Orthodox Christians, mainly from the Middle East or Mediterranean region, closely follow the same traditions as Catholics and Protestants, but in a fundamental origin that has been preserved over the two millennium. The Orthodox Easter observations and celebrations begin a week after mainstream Christians leading up to this year’s important Easter date, Sunday April 12, 2015
By Ray Hanania
As an Arab Christian from Palestine growing up in America, I’ve always celebrated both the traditional Christian Easter and the traditional Middle East Orthodox Easter that often but not always begins one week later.
Sometimes, the two holidays occur on the same date.
But Orthodox and mainstream Christians share a strong commitment to this holiday because it is essentially the most important religious event in their lives, even more so than Christmas which marks the birth of Christ and has a dichotomous calendar, too, first for mainstream Christians and a week or weeks later for Orthodox Christians.
What is Easter? Easter symbolizes the true beginning of Christianity because it was the crucifixion of Jesus and later his resurrection from the tomb where he was placed that launched the religion, not his actual birth.
Jesus was a Jew and grew to become a Rabbi. Born in Bethlehem in a manger that his traveling parents, Joseph and Mary, found when the birthing process began, Jesus later was raised in Nazareth and then preached throughout what we religiously call the Holy Land but that has been distorted by the political machinations of mankind in political boundaries, called Canaan, Judea, Palestine, and recently Israel.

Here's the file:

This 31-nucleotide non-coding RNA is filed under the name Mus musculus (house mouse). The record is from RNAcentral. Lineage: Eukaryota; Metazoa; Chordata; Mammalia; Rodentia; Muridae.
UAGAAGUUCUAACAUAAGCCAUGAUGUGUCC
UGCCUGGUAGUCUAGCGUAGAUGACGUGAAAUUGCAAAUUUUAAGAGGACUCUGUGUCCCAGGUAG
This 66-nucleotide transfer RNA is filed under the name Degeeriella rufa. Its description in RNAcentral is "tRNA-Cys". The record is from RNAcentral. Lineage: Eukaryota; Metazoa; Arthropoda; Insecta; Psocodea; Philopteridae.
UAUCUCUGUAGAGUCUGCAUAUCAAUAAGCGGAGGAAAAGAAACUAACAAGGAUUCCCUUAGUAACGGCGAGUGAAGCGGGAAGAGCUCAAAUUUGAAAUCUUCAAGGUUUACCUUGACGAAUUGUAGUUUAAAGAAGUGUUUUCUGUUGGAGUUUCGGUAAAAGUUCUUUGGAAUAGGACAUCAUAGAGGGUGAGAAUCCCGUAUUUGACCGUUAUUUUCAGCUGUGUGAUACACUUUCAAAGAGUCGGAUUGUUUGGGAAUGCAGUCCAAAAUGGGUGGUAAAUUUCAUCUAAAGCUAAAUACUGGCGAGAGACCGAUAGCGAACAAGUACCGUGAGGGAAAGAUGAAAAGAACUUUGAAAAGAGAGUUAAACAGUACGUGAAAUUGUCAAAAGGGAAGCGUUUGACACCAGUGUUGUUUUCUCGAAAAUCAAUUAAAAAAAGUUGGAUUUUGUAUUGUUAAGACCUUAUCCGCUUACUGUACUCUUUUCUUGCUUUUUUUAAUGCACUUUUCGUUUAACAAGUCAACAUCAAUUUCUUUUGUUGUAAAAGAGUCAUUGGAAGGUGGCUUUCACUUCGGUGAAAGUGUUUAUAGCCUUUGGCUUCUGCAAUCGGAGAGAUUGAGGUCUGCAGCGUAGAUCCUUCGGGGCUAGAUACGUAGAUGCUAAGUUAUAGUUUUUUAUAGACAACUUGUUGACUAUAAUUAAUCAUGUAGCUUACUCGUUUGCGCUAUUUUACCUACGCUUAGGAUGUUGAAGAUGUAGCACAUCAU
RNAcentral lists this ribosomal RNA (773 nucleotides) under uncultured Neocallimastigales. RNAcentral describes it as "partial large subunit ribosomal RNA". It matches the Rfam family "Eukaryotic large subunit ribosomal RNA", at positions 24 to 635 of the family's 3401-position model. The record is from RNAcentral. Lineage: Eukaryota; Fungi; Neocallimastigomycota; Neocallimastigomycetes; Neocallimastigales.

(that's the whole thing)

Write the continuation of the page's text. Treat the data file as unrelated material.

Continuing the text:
His teachings caused fear among the Jewish religious leaders of the time who protested to the Roman occupiers. He was arrested, tried by Pontius Pilate and then crucified in part to satisfy the fears of the Jewish religious establishment at the time.
His message of peace and love and the promise of another life by following the One True God resonated with many Jews in Judea, especially as they witnessed the corruption of their religious leadership under the Roman occupation.
Jesus was Crucified at a location that we know as Golgotha which was near the ancient city of Jerusalem, just outside the old walls. Golgotha refers to a stone looking face on the rocks nearby that looks like the face of a skull. Golgotha, an old abandoned stone quarry at the time outside of the Walls of Jerusalem near the Damascus Gate and on a mountain area called Mount Moria that includes Jerusalem, is often called Calvary by all Christians. Although the precise location is believed lost to time, we know that Jerusalem’s location has been fixed along with Mount Moria and Damascus Gate. Although Golgotha was outside the original wall, it was enclosed in Jerusalem later, in what is now the Christian Quarter of Jerusalem, when it was expanded.